Safaricom kicks off initiative to help subscribers properly manage their data

Two weeks ago, at its annual general meeting, Safaricom CEO Bob Collymore announced plans by the company to be very deliberate with its plans to get its subscribers on the driving seat with regards how their mobile data is consumed on their devices.

One of those plans is to let users choose to limit auto-updating of applications through the Play Store. That feature, according to the head of Safaricom’s consumer business unit, Charles Wanjohi, may show up as early as next week (be on the look out for it).

In the meantime, however, users can already begin to sample and enjoy some of the features hinted at by the company’s CEO two weeks ago.

Data Save

Dialing *544# and heading to the Data Manager (currently option 10) results in one being welcomed by a new “Data save” option that lets subscribers choose between browsing at full speeds or having the speed throttled a bit to save on data. The feature has been available to some users since the start of the month but should be available to everyone at the moment.

By default, everyone on the Safaricom network browses at optimum levels – the highest speeds that can be facilitated by virtue of the network coverage where one is. When the “Save data by reducing speed” option is selected, Safaricom throttles automatically throttles the speed. The thinking behind the Data Save feature is that on faster networks like Safaricom 4G, everything is just fast. The end result is that data consumption is also accelerated and this has been a long-running debate among users more so on social media.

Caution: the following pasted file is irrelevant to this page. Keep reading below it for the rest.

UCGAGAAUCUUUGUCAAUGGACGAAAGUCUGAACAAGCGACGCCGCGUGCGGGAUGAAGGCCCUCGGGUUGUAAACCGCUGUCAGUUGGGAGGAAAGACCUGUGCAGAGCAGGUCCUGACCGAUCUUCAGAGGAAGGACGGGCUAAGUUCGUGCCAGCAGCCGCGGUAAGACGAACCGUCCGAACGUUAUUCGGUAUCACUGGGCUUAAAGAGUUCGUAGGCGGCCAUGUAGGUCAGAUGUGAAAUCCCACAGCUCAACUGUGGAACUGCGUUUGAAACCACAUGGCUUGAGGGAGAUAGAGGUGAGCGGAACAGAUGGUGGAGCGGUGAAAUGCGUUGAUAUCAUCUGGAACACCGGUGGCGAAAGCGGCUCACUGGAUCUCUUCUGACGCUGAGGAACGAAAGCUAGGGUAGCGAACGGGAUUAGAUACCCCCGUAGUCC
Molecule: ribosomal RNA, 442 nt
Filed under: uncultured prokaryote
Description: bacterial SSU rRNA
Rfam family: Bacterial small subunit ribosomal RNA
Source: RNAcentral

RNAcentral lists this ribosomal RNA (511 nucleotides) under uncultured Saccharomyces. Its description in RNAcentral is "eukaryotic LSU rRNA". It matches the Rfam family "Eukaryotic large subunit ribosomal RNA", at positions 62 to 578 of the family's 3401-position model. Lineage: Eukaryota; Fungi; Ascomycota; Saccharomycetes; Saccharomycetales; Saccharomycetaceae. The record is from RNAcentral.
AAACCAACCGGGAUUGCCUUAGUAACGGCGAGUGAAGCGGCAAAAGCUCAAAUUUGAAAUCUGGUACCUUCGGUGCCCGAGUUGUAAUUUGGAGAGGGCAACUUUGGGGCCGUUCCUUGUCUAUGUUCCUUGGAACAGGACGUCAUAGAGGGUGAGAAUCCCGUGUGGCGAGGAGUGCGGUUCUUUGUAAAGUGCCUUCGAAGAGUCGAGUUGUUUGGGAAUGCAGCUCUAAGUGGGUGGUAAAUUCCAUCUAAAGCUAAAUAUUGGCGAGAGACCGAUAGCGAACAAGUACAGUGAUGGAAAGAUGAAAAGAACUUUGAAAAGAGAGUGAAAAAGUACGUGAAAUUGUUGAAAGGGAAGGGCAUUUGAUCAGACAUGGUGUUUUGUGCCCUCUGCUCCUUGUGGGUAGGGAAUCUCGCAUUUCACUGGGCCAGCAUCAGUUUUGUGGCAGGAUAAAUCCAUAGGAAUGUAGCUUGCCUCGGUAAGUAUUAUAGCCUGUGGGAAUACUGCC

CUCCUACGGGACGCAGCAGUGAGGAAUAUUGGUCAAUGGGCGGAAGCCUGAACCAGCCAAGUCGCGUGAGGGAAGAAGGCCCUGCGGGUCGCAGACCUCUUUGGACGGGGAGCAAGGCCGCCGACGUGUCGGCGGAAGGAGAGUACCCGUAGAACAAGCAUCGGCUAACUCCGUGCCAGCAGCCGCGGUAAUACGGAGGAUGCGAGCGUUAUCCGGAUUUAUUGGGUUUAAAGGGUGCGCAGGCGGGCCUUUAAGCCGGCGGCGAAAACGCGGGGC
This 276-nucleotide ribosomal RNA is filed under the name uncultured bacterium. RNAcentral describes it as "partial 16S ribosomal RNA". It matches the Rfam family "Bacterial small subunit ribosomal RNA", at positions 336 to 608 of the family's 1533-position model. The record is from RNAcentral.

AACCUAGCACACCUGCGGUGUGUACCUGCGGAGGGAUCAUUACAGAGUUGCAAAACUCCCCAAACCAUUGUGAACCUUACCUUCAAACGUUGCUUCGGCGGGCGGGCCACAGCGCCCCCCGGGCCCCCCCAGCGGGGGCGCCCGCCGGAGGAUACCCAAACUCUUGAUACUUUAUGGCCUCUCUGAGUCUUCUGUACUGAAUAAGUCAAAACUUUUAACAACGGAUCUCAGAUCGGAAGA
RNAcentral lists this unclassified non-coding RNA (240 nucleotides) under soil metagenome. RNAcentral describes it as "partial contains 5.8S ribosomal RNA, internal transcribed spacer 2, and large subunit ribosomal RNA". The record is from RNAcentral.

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Video optimization

Another feature geared towards assisting users save on their mobile data bundles that is already live is video optimization. Unlike the Data Save feature, this is not immediately visible and cannot be turned on or off through the Data Manager. It’s a network-wide optimization initiated from Safaricom’s end. What it does is that videos from apps and services like Facebook and YouTube will automatically load and play in standard definition, instead of HD, so that users can save their data.

Remember playing YouTube videos in 480p is one of those things that I recommended last year? Now everyone, not just those of us who are savvy enough to know our way around these things, gets to have that by default. Of course, one can still go ahead and change to the resolution of their liking since these apps and services provide such options. The whole point here is to save data.

This should come in handy for those who have not turned off Facebook video autoplay as just as simple scroll on a news feed that is video-heavy can be disastrous. The same is the case for when you’re watching YouTube videos on, say, a device with a full HD display and YouTube just picks 1080p for you automatically only for you to get a notification that your data bundle has been depleted just a 5 minutes into a 20-minute feature documentary, for instance.

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